明けましておめでとうございます! And Happy New Year, as well!

I’m in the Japan Times this week with a look at the 創作漢字コンテスト (Sōsaku kanji kontesuto, Created Kanji Contest): “Radical recombinations: Capture the moment with created kanji.” Tip of the hat to my editor Shaun who alerted me to this fascinating and fun contest. Also, HUGE thanks to the JT production team which turned my scribbles into actual fake kanji:

I think there’s a point at which it would be too early to introduce this contest to JSL students—you need to give them time to build up a familiarity with the language before they’d be able to do anything clever with it—but I can imagine it taking up part of a lesson for some teachers out there (nudge nudge, any of you Japanese teachers looking for lesson content) or at the very least an extra credit assignment. Maybe second year of study would make sense? It’s helpful to have students thinking about the role of radicals early on.

I found a couple interesting blog posts on the kanji for Nihonium, which is apparently not exactly a new kanji? I will admit to not fully understanding the connection between 鉨 and 璽 noted in the posts, but the archived original post on Yuwen.jp clearly explains how radicals are involved in the Chinese kanji for elements:


金-hen: metals
石-hen: non-metal solids at room temperature
气-gamae: gas at room temperature
Sanzui: liquid at room temperature

Wikipedia has an excellent rundown on the Japanese names for radicals of different orientations:

There’s an English explanation here. I don’t think I ever got these names for radical component locations formally in a class! At least not all at once in a list. I’m sure we looked at each radical at some point and talked about them, but I wonder if it would be useful to do a big drop at some point and force students to learn them. Then again, that might fall under the category of too much too soon.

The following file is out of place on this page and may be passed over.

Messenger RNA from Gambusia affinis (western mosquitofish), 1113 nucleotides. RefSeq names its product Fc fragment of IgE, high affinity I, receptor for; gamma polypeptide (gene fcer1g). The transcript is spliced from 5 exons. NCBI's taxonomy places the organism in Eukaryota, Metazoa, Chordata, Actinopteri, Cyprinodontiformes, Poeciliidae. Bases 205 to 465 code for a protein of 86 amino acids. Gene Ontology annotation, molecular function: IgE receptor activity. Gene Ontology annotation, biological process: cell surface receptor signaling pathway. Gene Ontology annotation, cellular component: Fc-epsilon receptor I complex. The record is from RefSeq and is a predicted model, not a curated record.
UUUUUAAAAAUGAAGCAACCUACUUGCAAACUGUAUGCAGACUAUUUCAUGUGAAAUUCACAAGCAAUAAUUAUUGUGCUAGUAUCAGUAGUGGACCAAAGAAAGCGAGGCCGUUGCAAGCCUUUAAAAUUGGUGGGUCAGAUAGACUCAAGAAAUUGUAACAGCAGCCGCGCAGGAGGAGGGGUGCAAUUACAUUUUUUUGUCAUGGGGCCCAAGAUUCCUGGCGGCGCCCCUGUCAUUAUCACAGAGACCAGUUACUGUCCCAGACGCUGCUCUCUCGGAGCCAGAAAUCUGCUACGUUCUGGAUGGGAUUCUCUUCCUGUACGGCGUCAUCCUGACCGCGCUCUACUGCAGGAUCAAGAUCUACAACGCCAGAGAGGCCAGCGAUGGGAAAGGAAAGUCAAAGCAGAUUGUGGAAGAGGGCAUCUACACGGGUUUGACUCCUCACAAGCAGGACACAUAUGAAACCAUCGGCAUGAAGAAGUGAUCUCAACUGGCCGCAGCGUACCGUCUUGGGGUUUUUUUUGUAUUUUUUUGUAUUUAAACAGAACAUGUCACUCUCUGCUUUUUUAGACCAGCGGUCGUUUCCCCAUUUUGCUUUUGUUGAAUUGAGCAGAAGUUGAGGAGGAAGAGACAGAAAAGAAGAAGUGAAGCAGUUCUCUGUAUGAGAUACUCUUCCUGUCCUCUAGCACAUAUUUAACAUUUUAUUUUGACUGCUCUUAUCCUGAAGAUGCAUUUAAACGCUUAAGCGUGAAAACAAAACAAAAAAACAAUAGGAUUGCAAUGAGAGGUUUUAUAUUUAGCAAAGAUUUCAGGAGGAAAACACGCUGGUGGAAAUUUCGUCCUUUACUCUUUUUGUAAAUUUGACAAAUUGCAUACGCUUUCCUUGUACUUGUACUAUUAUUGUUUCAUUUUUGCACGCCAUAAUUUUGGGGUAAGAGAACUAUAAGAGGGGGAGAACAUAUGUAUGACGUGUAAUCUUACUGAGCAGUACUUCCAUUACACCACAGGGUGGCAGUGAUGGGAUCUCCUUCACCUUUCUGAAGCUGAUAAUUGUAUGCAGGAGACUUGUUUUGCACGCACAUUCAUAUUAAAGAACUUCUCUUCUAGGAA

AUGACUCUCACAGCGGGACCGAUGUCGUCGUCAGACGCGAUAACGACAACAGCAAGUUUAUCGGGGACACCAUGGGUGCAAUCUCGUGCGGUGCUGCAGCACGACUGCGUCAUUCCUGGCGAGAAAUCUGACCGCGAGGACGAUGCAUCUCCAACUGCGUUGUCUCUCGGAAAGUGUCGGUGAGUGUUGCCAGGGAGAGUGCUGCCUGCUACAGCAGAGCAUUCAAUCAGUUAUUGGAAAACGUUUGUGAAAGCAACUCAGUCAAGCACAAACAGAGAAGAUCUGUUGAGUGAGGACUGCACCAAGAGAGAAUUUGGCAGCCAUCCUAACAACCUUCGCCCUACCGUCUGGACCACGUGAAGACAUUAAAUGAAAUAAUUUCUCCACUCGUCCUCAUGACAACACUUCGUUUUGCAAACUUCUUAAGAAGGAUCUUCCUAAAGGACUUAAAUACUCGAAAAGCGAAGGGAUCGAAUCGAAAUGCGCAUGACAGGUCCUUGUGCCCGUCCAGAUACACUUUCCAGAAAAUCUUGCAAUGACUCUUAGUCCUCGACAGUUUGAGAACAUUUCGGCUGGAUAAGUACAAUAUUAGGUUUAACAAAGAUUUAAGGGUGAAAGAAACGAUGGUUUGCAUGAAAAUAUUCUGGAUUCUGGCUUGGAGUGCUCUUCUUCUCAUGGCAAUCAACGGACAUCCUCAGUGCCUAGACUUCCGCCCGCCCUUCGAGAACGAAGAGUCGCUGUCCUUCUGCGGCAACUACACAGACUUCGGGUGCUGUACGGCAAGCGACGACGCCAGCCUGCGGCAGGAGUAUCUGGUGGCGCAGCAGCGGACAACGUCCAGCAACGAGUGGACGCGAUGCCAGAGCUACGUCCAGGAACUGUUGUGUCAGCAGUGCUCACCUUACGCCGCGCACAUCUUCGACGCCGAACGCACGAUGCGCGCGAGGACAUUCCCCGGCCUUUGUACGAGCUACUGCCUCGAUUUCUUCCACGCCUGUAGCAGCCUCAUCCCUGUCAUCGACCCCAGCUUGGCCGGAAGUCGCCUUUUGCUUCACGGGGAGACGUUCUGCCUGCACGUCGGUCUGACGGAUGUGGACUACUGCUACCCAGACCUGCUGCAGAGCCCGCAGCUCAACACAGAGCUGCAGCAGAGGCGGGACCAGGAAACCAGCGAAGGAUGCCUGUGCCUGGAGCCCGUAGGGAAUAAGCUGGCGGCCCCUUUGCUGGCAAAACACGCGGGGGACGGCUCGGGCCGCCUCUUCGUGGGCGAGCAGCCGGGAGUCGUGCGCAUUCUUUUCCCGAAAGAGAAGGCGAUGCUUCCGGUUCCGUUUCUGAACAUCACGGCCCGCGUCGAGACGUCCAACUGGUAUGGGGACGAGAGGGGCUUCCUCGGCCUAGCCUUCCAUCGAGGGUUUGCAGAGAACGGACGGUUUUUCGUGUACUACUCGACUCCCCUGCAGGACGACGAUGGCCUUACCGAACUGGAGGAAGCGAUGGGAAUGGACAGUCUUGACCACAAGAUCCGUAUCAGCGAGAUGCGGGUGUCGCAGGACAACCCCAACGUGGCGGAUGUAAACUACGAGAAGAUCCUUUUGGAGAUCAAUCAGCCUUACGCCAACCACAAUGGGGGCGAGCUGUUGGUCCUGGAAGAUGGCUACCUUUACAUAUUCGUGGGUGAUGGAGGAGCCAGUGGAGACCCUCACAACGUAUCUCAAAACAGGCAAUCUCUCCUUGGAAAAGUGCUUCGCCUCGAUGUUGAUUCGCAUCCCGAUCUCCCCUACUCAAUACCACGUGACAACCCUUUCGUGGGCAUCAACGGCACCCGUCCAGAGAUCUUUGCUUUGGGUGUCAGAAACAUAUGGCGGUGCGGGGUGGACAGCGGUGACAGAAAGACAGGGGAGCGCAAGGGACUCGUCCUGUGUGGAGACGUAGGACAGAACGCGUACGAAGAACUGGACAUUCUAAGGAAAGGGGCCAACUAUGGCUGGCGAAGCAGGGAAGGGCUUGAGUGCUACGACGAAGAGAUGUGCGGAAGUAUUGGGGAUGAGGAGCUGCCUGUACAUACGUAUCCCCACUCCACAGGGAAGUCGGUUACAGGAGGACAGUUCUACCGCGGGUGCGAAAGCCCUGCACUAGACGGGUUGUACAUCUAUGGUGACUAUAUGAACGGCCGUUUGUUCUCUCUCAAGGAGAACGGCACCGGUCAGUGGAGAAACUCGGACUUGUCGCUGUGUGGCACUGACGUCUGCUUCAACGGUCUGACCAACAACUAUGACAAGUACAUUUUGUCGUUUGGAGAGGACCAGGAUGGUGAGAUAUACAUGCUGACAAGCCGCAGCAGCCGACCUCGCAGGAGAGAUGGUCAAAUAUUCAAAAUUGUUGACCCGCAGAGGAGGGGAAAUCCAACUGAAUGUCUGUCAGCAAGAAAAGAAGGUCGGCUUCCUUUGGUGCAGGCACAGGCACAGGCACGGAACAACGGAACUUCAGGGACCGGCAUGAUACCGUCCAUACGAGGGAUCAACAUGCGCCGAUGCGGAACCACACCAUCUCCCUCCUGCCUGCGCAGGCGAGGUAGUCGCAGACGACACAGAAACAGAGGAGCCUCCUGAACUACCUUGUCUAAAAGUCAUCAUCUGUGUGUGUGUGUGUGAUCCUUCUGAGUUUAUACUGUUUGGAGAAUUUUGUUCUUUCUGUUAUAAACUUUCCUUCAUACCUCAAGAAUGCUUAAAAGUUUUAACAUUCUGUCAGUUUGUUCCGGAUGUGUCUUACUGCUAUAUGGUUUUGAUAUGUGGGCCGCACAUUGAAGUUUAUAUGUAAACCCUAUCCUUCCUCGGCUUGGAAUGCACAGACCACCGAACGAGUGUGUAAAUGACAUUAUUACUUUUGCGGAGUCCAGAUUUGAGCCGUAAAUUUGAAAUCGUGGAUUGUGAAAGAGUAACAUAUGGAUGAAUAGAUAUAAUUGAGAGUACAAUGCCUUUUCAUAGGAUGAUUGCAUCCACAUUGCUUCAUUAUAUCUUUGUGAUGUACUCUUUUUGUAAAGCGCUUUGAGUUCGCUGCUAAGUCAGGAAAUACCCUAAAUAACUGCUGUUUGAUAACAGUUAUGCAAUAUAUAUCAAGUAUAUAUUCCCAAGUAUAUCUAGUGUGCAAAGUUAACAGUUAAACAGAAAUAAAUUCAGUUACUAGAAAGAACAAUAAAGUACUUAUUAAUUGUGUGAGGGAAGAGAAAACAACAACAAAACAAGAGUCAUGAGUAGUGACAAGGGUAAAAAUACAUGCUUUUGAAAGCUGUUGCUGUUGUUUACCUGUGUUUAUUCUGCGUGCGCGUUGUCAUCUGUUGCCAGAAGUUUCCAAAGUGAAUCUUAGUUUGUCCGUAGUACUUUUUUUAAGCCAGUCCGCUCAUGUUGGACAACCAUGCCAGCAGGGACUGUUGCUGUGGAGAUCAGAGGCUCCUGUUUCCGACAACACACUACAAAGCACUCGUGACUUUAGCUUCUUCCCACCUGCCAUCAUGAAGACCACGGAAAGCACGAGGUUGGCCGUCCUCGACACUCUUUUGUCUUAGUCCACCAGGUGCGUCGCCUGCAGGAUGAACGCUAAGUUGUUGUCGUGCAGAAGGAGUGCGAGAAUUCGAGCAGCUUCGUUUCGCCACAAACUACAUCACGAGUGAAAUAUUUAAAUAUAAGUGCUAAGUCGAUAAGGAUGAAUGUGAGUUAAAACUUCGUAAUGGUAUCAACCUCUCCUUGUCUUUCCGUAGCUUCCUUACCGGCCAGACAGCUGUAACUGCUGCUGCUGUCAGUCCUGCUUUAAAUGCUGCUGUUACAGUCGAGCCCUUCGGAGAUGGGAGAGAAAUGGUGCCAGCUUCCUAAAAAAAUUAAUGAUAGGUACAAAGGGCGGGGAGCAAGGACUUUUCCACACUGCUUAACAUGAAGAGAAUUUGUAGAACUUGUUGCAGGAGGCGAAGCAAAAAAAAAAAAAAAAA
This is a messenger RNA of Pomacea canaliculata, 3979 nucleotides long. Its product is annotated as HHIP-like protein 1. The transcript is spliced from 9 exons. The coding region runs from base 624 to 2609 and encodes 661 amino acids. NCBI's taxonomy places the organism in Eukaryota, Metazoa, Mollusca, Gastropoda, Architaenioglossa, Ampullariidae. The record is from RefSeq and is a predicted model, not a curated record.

The Wikipedia post doesn’t include the kanji for the radicals, so I’ll give those here:

偏 (hen): left component
旁 (tsukuri): right component
冠(kanmuri): top component
脚 (ashi): bottom component
垂 (tare): component hanging over the top and left
繞 (nyō): component component running from left under the bottom
構 (kamae): component surrounding the character

These are the main component names, but according the Wikipedia post, there are a couple of other positions that don’t seem to have specific names (although each radical itself still has a specific name):

– Top and bottom as in 亘 (Wikipedia gives this radical as 一, but dictionaries say 二?)
– In the middle like 一 in 日
– Open bottom like 間
– Open top like 凶
– Open right side like 医
– Right and left side like 街

Anyone know what’s the deal with these components? Could be that some of these have only one example, like 凵部 (kanbu), which also seems to be referred to as うけばこ (ukebako), and 匚部 (hōbu), which gets called はこがまえ (hakogamae).

1 thought on “Radicalization

  1. I agree that radicals, radical groups, and their relationship to meanings should be taught early. However, I have found an intense aversion to this among Japanese language teachers. They are happy to explain that various types of radicals exist (but not list or name them), and that there is a relationship to meaning (sometimes but not always), but no details, no reading lists, and only one or two examples.

    This appears to be due to a desire to stick solely to “standard” JSL texts which also avoid the topic… and differ dramatically from KOKUGO texts. Either it takes too much effort to create these materials, or they consider us disinterested and unlikely to learn from the start.

    …Or more likely, the industry itself lacks sufficient understanding of the language. (It wouldn’t be the first time – the first Japanese language dictionary was apparently compiled by a European).

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